"...we found that the extent to which individuals believed that their most upsetting intrusive thought could lead to unacceptable behaviour in real life was closely related to both the frequency and persistence of the intrusion as well as its perceived uncontrollability. The stronger one believes that he/she could act on the intrusion, the more persistent and less controllable the intrusive thought."
"...it appears that the characteristic control response of highly obsessional individuals to their unwanted, distressing intrusive thoughts is not that unusual or unique, but rather these individuals experience less success in utilizing these control strategies than low obsessional individuals."
All we can probably say is that most people have some kinds of thoughts that are experienced as intrusive, but that we can't determine whether these were actually obsessions. They may have looked (superficially) like obsessions, but without detailed clinical assessments it is impossible to say. Thoughts associated with social embarrassment or needing to do things properly (e.g. locks and switches) are likely to be common, but the presence of such thoughts does not automatically mean that they are pathological.
Rassin and Muris (2007)
To explore the boundaries between 'normal' and 'abnormal' obsessions, Rassin and Morris presented the typical obsessions identified by Rachman et al to six psychologists and eleven psychotherapists, and also to 90 psychology undergraduates.
They found that:
"Both therapists and students were able to distinguish clinical and non-clinical obsession beyond chance level. It is concluded that some clinical obsessions can be identified as being evidently abnormal"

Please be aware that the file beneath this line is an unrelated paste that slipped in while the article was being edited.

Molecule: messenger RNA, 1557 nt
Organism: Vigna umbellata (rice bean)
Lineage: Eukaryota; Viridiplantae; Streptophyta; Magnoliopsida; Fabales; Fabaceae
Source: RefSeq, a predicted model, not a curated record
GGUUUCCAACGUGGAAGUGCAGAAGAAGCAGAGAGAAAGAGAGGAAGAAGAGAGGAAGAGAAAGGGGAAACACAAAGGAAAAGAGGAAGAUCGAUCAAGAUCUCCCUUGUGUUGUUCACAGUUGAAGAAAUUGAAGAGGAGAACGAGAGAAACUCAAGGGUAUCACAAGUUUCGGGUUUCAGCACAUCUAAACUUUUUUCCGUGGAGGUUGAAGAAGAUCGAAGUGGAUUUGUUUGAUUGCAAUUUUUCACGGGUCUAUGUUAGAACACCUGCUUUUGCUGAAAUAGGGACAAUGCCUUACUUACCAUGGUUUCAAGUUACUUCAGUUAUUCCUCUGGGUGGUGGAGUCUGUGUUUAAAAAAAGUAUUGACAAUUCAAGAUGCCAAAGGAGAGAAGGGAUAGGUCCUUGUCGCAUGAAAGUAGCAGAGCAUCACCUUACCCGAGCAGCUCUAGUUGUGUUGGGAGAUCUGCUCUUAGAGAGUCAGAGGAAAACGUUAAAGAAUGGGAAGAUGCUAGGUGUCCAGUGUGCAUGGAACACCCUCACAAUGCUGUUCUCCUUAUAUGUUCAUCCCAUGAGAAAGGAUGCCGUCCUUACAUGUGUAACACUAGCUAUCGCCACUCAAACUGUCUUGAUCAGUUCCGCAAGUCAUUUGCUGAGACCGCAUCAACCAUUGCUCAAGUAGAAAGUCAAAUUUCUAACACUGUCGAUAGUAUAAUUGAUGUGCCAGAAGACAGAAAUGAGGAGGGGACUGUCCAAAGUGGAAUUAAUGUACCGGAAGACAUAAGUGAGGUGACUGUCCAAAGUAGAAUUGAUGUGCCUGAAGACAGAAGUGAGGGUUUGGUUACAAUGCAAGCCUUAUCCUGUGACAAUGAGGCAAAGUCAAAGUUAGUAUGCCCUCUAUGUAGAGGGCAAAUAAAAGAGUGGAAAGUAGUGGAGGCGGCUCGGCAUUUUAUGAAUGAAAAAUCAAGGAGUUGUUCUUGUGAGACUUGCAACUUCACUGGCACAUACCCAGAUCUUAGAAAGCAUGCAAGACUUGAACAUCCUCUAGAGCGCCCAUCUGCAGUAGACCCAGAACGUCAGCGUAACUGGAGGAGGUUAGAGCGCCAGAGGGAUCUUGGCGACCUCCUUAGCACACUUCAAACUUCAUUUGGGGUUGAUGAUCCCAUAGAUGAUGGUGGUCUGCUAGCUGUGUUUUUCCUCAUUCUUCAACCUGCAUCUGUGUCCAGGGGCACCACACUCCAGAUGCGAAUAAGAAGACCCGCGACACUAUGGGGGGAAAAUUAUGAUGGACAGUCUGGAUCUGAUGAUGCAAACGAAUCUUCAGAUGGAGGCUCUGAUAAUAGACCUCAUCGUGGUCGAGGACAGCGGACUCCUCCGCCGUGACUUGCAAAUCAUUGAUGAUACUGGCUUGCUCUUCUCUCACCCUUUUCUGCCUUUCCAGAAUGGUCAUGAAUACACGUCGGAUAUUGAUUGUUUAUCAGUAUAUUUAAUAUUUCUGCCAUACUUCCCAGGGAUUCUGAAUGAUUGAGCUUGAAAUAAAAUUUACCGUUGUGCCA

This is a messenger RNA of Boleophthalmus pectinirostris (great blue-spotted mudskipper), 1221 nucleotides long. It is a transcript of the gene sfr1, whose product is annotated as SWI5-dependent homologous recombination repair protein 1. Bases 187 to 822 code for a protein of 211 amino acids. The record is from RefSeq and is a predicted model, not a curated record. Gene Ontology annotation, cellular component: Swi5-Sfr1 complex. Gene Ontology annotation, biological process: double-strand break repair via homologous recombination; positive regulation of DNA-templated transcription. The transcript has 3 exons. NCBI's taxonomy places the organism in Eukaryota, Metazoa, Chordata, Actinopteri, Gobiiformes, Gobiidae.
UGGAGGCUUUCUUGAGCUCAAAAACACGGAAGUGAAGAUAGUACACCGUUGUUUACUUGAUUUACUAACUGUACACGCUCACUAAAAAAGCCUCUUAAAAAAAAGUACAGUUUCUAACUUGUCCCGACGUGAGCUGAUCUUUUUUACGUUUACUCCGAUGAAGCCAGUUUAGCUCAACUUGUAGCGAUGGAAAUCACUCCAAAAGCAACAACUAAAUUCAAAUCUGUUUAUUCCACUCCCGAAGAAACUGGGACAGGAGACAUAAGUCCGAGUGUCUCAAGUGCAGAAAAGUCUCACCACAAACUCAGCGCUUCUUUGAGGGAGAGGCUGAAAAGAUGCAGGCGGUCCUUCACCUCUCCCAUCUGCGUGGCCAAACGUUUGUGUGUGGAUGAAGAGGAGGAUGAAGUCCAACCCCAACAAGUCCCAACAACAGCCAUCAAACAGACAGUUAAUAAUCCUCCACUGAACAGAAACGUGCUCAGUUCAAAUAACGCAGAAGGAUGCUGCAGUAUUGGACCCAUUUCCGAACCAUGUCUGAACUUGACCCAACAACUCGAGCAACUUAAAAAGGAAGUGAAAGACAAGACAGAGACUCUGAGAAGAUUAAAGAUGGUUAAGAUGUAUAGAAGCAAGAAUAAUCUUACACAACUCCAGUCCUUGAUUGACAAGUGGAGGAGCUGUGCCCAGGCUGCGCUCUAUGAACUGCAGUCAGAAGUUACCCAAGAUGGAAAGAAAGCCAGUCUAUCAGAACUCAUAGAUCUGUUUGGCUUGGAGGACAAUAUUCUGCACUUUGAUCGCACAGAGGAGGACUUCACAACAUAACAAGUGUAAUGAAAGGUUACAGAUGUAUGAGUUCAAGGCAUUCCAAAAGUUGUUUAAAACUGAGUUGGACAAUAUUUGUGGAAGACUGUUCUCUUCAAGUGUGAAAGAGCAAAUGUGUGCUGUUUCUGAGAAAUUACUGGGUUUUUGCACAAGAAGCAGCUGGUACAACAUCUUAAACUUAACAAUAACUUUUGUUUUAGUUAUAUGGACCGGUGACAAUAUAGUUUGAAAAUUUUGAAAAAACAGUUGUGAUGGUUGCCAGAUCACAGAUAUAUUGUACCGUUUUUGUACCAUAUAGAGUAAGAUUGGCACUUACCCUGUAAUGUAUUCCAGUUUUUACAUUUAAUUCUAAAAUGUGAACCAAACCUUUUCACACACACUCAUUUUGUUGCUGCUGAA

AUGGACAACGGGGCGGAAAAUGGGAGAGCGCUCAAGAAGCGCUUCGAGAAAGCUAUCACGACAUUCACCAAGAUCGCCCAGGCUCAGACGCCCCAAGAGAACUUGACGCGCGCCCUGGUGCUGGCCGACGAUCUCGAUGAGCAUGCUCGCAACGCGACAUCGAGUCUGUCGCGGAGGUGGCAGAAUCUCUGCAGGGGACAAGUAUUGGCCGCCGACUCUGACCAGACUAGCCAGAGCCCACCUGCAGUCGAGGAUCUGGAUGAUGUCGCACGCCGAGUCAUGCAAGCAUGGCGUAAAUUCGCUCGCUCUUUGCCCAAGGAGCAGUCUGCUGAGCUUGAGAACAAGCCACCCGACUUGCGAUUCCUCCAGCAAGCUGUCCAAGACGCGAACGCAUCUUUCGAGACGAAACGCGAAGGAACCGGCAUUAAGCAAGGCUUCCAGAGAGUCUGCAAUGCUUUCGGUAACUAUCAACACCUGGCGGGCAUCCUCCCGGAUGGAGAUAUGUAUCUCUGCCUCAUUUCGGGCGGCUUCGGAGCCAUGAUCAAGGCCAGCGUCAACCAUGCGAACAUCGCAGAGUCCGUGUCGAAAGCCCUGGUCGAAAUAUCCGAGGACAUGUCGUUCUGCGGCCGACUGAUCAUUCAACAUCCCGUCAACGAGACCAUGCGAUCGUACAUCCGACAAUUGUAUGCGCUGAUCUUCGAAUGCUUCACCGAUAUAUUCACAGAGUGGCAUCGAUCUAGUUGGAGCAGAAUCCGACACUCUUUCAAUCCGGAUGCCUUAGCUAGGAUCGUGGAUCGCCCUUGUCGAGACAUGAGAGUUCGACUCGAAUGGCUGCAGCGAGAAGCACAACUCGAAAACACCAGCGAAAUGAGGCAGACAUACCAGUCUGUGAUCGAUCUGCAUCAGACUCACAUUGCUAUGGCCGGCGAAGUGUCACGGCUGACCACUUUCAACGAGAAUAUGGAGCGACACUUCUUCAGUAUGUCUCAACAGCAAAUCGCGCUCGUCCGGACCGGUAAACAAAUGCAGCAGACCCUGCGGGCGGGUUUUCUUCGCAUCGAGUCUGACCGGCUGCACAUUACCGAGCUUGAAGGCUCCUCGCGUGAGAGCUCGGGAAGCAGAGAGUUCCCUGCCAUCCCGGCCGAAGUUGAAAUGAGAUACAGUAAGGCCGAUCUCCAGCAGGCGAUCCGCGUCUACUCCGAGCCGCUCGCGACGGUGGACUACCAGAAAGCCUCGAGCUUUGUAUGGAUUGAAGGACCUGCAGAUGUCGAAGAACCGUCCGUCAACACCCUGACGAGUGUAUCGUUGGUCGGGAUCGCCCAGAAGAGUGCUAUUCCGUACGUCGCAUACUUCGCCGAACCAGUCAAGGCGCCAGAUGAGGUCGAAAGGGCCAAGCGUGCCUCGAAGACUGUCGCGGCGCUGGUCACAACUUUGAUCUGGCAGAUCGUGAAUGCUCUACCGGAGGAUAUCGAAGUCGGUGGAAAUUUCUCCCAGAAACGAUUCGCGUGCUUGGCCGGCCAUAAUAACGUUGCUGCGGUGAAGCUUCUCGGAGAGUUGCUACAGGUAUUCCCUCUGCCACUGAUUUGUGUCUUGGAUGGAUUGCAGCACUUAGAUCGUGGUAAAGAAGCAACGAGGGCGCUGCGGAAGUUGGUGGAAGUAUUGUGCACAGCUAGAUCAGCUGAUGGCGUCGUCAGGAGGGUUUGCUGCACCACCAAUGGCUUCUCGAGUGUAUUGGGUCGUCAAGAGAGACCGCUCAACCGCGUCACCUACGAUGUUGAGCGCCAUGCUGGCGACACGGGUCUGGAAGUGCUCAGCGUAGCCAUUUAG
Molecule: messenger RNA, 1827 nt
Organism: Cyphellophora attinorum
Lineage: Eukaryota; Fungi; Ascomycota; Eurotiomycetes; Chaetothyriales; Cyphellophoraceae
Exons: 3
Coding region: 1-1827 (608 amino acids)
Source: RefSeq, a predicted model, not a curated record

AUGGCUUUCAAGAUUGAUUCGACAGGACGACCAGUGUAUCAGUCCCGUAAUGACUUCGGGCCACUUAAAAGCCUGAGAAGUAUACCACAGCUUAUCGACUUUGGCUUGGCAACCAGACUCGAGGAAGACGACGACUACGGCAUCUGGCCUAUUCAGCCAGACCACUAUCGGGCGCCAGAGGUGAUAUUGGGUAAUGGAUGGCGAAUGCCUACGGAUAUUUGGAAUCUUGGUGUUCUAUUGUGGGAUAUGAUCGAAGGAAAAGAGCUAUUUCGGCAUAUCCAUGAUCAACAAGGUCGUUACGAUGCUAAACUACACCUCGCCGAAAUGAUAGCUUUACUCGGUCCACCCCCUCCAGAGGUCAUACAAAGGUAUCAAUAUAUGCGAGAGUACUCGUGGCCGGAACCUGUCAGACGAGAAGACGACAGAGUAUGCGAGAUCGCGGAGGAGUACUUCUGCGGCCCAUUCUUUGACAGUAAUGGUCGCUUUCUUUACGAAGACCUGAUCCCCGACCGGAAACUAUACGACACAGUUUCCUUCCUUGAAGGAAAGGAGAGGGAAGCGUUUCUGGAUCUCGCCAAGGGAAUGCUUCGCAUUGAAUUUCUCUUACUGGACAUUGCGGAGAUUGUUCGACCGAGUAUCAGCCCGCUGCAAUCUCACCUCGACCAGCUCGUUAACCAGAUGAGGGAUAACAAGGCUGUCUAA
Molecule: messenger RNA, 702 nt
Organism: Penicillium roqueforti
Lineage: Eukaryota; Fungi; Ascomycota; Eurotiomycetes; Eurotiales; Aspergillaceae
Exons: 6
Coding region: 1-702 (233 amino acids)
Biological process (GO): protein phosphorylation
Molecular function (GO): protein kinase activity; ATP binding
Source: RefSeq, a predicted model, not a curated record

They also reported that:
"...therapists were not better at discriminating abnormal and normal obsessions than were undergraduate students. This indicates that it is not clinical experience that enables judges to distinguish the two kinds of obsession. It also adds to the claim that, in absence of standardised diagnostic instruments, clinical psychologists hardly outperform the less experienced undergraduate students...If it is not clinical experience, the question remains which criteria enabled the participants to differentiate between abnormal and normal obsessions."
This study did not involve actual patients and simply asked various groups to try and identify 'normal' and 'abnormal' thoughts. Since the various types of thought were not necessarily obtained from clinical or non-clinical populations, it remains speculative as to whether some thoughts were truly 'abnormal'.
'Intrusive thoughts on six continents' (Radomsky, Moulding, and Clark, 2014)
In a series of three papers, Radomsky et al explored the nature and experience of obsessions and other intrusive thoughts in non-clinical populations. They used the International Intrusive Thoughts Interview Schedule (IITIS) to assess prevalence of intrusions in 777 university students at 15 sites in 13 countries across 6 continents. The sample size was large, but it did not include clinical populations. That is, no-one in the study had OCD.
Their starting point was that intrusive thoughts are common, that they probably exist on a continuum with obsessions, and that it's not necessarily the intrusions themselves that are the problem. Rather, it's the misinterpretation and how people respond to them that is problematic. This fits with cognitive 'appraisal' models of abnormal thinking and the development of psychiatric symptoms. One could argue that the study was an attempt to confirm (rather than disconfirm) an established model that most of the researchers undoubtedly had strong allegiances to.
Across these three studies (each describing different aspects of their findings), it was reported that:
- 94% of participants reported at least one intrusion during the previous three months.